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October 13th, 2017 / Cornell Alliance for Science, US

Joan Conrow and Mark Lynas write:
Genetically engineered crops that promise to benefit both farmers and consumers are poised to enter Uganda’s marketplace now that its Parliament has adopted a law to regulate agricultural biotechnology.

Ugandan plant scientists are already in the later stages of conducting field trials for banana varieties that are resistant to diseases and can deliver improved content of the vital micronutrient Vitamin A.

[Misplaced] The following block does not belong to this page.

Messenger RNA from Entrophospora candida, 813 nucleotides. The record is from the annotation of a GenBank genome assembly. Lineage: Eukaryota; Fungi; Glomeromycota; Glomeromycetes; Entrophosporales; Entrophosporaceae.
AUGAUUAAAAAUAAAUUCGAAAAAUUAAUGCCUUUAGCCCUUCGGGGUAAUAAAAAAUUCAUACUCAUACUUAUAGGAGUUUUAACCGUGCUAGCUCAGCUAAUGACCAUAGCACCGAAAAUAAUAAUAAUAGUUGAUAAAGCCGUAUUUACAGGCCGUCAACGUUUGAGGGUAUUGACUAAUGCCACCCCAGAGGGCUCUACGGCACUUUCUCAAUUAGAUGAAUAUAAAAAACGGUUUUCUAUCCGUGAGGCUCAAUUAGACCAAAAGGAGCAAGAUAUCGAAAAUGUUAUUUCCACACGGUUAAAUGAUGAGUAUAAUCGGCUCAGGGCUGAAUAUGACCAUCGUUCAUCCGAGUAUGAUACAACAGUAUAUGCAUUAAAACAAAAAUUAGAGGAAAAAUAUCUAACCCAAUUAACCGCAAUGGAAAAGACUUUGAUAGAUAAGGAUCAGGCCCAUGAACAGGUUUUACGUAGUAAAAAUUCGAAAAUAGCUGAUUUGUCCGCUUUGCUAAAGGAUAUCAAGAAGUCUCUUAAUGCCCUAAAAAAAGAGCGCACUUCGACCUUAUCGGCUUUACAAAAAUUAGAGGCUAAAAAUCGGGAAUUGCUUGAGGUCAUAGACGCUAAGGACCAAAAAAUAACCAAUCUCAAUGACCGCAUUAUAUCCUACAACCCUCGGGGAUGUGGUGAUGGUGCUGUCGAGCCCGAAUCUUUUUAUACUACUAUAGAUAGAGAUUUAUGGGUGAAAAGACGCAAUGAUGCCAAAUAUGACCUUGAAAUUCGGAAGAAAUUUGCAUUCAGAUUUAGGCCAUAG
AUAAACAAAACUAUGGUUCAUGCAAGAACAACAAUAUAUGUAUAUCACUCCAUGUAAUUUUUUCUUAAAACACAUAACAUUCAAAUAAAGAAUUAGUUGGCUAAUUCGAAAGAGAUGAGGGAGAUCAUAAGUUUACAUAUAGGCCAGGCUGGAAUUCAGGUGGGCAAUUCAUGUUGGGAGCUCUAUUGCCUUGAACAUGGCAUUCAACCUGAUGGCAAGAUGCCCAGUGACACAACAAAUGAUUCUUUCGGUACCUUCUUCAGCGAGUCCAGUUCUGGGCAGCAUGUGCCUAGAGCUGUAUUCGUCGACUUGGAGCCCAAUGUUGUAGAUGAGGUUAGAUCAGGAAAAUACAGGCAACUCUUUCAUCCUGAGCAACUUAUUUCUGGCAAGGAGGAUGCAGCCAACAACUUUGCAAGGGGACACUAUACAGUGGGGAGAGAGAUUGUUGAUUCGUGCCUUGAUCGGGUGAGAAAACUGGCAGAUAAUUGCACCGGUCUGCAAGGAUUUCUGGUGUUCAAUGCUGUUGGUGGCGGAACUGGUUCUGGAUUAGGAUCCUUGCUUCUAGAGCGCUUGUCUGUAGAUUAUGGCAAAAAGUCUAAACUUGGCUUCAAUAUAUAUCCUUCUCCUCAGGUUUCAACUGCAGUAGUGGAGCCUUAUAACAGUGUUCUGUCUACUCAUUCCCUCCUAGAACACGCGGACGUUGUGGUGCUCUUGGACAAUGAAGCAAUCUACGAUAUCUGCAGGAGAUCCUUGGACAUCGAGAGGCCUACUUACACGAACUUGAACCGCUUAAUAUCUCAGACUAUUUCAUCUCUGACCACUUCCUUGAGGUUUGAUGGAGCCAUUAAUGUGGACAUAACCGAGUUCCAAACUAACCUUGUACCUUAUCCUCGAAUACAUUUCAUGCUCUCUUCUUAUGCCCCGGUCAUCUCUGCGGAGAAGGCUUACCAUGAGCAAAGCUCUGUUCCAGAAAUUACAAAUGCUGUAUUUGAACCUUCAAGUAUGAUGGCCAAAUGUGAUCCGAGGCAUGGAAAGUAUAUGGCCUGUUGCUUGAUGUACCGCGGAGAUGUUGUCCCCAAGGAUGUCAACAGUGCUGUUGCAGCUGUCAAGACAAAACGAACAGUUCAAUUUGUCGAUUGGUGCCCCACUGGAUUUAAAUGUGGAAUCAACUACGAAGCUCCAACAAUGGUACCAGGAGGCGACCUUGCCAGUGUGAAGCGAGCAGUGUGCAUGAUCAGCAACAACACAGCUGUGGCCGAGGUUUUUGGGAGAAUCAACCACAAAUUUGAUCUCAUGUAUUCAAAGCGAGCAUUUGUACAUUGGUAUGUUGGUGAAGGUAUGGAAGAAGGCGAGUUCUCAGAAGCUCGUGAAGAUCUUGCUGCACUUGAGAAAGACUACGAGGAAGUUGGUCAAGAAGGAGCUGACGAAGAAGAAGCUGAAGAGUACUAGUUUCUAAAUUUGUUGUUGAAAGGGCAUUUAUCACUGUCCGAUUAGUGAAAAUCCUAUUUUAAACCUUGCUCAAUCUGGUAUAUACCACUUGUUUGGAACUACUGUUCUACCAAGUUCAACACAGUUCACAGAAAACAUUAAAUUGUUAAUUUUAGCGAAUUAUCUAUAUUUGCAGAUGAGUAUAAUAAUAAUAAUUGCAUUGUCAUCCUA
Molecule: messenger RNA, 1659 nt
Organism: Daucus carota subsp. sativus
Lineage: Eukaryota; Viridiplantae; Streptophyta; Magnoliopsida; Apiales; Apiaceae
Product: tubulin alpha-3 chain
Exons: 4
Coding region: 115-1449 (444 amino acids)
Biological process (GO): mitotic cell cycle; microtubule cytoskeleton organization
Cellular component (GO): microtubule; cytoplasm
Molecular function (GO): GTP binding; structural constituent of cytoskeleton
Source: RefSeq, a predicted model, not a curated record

Ugandans consider cooked green banana — called matoke — a staple crop, consuming about a kilogram (2.2 pounds) a day on average, with banana comprising 30 to 60 percent of daily calorific intake throughout the whole East African region.

Though the market for their produce is strong, Uganda’s banana farmers increasingly are suffering losses due to devastating plant diseases such as banana bacterial wilt (BBW), which can topple a healthy plantation literally overnight.

Meanwhile, many of Uganda’s poorest children are suffering from micronutrient deficiencies that impair their health, most notably a shortage of vitamin A that can result in blindness. Read more